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Project to combat impact of groundwater on sewers cuts demand for tankers by more than 85% in Hampshire area

An innovative pilot project to prevent high groundwater levels inundating sewer pipes and flooding communities in an area of Hampshire has secured game-changing results with a massive reduction in the need for emergency tankers.

An innovative pilot project to prevent high groundwater levels inundating sewer pipes and flooding communities in an area of Hampshire has secured game-changing results with a massive reduction in the need for emergency tankers.

Southern Water’s Clean Rivers and Seas Task Force have been rolling out solutions in their pathfinder project near Andover since late 2022, focusing on sealing pipes, including those privately owned (which is up to half of the network).

As in other areas across the South East, groundwater has been forcing its way into both public and private sewers – causing wastewater flooding when levels creep critically high.

Until recently in this area Southern Water has utilised a large fleet of tankers around the clock in these instances - to ensure customers can continue to flush their loos and use their baths, showers and sinks, without having to worry about their homes and communities flooding.

But now, as part of the Task Force’s wider work to prevent both surface and groundwater from overloading the sewer network and in doing so reducing flooding and storm overflow events, the team has sealed 300 private pipes, totalling a distance of 2.5km, 2km of Southern Water pipes, and nearly 70 manholes.

This has been done by utilising an innovative chemical called Tubogel, along with traditional sewer lining methods. Meanwhile, to monitor and investigate the full extent of groundwater infiltration in the area, three boreholes have been drilled, 36 sewer level monitors and 26 temperature sensors installed, and improved technology introduced at local pumping stations to target and measure this issue.

 

Southern Water previously relied on a fleet of 36 tankers in this area to remove the excess flows, but since Christmas – even in the face of the highest groundwater levels for more than 20 years – that number is down to just five, or an 86% reduction in use.

Not only is this reducing pressure on our network, but it is also protecting our precious environment and reducing disruption to the communities of Amport, East Cholderton, Monxton, Fyfield, Kimpton, Abbots Ann and Thruxton through tanker movements. The cost has also been significant, with the savings offering the chance to divert future funds into other activities.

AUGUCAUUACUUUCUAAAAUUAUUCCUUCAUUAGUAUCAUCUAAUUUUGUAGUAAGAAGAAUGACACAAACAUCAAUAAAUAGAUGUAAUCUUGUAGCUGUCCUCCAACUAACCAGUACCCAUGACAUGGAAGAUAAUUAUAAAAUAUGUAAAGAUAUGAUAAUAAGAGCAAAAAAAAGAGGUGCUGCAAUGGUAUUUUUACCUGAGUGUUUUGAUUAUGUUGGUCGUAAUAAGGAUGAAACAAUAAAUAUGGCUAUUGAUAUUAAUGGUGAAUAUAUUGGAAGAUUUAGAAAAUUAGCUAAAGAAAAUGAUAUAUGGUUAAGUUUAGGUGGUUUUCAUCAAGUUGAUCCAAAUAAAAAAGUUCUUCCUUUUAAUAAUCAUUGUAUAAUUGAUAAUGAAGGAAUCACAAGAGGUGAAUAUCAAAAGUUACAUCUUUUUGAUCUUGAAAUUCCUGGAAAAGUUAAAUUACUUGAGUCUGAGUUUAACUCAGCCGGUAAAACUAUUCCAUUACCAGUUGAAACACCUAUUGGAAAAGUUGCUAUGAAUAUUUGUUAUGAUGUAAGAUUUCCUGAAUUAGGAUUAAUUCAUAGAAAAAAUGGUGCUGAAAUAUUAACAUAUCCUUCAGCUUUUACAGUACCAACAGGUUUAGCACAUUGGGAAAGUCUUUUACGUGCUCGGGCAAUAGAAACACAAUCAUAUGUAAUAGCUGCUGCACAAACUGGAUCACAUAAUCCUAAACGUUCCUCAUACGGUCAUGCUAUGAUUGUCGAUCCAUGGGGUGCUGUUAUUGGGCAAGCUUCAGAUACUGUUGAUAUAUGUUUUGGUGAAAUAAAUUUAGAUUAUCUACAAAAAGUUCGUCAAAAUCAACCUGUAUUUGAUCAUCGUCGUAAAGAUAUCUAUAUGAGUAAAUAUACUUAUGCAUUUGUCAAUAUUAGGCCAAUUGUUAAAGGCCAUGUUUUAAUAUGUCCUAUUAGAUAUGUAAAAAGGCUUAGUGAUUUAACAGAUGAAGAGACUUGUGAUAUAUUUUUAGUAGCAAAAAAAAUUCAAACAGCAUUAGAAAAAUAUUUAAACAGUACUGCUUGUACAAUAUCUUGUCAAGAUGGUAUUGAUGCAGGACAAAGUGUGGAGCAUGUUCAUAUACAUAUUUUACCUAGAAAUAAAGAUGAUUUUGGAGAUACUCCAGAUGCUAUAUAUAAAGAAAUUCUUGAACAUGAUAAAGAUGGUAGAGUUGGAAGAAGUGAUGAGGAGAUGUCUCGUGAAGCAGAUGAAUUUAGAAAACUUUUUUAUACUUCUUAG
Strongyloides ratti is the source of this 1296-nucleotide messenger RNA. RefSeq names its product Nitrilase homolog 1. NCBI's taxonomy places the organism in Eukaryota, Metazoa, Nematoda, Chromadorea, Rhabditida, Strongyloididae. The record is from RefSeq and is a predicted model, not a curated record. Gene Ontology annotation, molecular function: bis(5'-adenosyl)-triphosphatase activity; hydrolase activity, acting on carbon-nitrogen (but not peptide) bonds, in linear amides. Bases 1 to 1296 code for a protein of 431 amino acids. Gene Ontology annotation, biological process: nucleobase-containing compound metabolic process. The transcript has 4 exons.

Keith Herbert, from Southern Water’s Clean Rivers and Seas Task Force, said:

“It is horrible to see the impact of communities affected by groundwater flooding. We are pleased to see some of the innovative solutions are having a positive impact. Our desire is to learn and replicate this approach in other regions.” 

“This project couldn’t have happened without the backing of the local community, who have engaged with us and supported us to carry out work on private apparatus. We would like to thank them for their patience.”

Throughout the project, we have also engaged regularly with the Pan Parish Forum and held regular fortnightly catch-up meetings and a number of drop-in sessions with the community.

Janet Wright, from the Pan Parish Forum, added:

“Southern Water has a committed plan to re-line the sewers, both public and private, which is fantastic. It is great that we can see this happening and it is making a difference.”

We’re aiming to complete all work in this area by March 2025.

Keith added:

“We know there are many areas across our region impacted by groundwater, and this approach could be replicated elsewhere in future.”

We have outlined spending of £1.5bn between 2025 and 2035 to get to the root cause of all storm overflows across our region through our Clean Rivers and Seas Plan, with our pathfinder projects shaping this work. You can see how we intend to tackle storm overflows across our region here.